When asked where by an incredulous panel… he suggested that:

I think there would be a deal with the US… I think the natural partners for us are the people who we are more culturally and politically aligned namely the Canadians Australians and New Zealanders.

The sheer oddity of this didn’t seem to strike him, that these markets are far flung, smaller than that of the EU, that they already have links etc…

And there’s populations… the EU has about 510m people in it. Once the UK goes that will dip to just shy of 450m. Australia has 25m, Canada 35m and New Zealand just shy of 5m. These are all fine countries in their own way but does this make up for departure from the EU? It doesn’t appear to.

Still, check this out from last year… the far from loveable Andrew Roberts points to a CANZUK ‘union’ post-Brexit. Roberts is or was when the piece was written Chairman of the Advisory Board of the CANZUK Union Institutes. There seem to be a raft of CANZUK advocates. For example, there was the Commonwealth Freedom of Movement Organisation. Interestingly, and presumably because that old Commonwealth is somewhat inconveniently for some rather a bit larger than just Canada, Australia and New Zealand – perhaps though the cultures involved weren’t… er… well, moving swiftly onwards, it dumped the name and became the CANZUK International. And Lilico is himself a supporter of the CANZUK idea. Well natch!

Anyhow Roberts writes:

But this should be just the beginning. Now that Britain is free of the EU, she can pursue the dream of early 20th century giants such as Joseph Chamberlain – incidentally, Theresa May’s political hero – for an Anglospheric combination of free states that would project a strong and independent voice in the world.
The CANZUK Union of free trade and free movement should be the nucleus for the recreation of the dream of the English-speaking peoples that was shattered by Britain’s entry into the EU. We must pick up where we left off in 1973.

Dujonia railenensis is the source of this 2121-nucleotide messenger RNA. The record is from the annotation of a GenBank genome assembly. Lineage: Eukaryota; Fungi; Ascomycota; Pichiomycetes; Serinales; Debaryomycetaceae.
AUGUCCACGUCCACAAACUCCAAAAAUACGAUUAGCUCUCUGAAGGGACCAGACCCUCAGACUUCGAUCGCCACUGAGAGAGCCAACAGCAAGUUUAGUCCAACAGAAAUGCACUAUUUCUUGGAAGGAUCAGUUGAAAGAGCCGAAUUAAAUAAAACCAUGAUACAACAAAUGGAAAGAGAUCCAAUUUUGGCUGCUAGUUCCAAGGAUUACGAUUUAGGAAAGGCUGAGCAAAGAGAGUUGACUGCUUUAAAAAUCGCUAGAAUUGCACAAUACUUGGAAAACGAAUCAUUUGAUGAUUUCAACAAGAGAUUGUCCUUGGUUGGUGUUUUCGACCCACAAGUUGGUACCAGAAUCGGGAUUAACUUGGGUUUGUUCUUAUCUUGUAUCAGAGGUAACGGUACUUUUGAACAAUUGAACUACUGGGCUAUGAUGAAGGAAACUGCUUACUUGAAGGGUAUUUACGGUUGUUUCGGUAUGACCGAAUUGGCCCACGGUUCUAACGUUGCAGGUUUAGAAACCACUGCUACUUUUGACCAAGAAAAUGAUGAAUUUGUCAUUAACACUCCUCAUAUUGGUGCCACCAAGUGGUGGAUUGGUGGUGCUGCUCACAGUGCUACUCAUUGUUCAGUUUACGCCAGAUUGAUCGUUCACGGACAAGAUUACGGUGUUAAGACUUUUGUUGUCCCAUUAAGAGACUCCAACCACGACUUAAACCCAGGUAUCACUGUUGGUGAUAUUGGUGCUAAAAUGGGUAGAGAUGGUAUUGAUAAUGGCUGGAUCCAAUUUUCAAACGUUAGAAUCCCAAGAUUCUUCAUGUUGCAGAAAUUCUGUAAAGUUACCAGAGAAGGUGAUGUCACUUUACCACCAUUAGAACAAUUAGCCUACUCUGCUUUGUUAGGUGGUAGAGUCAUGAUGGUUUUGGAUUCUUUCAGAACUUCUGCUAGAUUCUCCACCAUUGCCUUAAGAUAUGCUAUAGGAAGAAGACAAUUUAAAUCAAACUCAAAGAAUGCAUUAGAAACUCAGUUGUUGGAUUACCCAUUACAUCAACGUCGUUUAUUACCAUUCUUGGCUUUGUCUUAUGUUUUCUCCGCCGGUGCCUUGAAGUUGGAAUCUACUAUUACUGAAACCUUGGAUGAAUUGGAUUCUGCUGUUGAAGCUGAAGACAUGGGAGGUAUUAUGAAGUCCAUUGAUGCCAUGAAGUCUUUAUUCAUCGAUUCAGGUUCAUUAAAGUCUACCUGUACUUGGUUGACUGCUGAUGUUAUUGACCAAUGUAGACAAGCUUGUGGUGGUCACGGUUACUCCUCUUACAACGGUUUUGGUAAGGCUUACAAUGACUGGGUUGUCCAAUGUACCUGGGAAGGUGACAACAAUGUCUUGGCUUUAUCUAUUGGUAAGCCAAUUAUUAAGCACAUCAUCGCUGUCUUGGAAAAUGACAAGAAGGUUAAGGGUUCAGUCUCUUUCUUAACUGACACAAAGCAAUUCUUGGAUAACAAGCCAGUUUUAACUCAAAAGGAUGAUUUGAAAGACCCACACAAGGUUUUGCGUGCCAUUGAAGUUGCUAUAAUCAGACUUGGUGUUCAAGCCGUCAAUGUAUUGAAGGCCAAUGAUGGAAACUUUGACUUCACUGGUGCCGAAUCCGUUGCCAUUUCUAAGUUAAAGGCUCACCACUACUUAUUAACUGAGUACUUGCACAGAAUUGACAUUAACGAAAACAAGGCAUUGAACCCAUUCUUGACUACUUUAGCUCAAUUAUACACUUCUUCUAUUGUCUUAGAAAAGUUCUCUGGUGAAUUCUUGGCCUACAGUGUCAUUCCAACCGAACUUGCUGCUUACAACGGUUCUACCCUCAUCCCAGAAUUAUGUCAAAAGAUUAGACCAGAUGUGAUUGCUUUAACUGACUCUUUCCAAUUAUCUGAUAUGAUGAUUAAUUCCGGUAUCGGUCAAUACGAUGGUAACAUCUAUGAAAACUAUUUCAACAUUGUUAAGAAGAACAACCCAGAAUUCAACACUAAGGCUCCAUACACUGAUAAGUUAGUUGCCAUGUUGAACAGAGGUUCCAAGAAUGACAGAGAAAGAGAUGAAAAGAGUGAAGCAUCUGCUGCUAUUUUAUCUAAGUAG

And there’s an unfortunate spelling error in the following:

We CANZUK countries together have far more of the potential for successful state-building than do any four member-states of the EU. A common head of state, a majority language, legal systems based on Magna Cara and the common law, Westminster parliamentary tradition, military structure, and a long history of working together including in the proudest voluntary military collaboration in human history, resisting Nazi aggression.

Though there’s a problem:

All we lack is geographical proximity, which is becoming less and less important in the modern world.

Hmmm. Yeah. Right.

The oddity in that argument is obvious, isn’t it? If any such ‘union’ were realistic it would have been in situ long long before the UK joined the EU. Because boil it down and for all that he may wave away a lack of geographical proximity that is key. And on the wiki page above one point made by a critic of CANZUK International notes:

Jeffrey Reitz from the University of Toronto’s Munk School of Global Affairs stated: “it’s unclear why Canada would pursue a proposal with New Zealand, Australia and U.K. instead of the U.S. and Mexico, countries that are already part of a free trade agreement.”[15]

It sure is!

Fine Gael’s Peace Process? December 11, 2017

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It’s difficult looking at the polls last week not to think that what we’re seeing is an inversion of the dynamic that was extant during the late 1990s and early to mid 2000s where Fianna Fáil’s poll numbers were buoyed up by a popular leader and their fingerprints all over the peace process. Now the first – well Varadkar is certainly reasonably popular, given how remarkably opaque his public persona is, so perhaps time will tell on that. But the second? How else to explain a Fine Gael getting a genuinely significant lead on Fianna Fáil other than this being a byproduct of the events of the last week.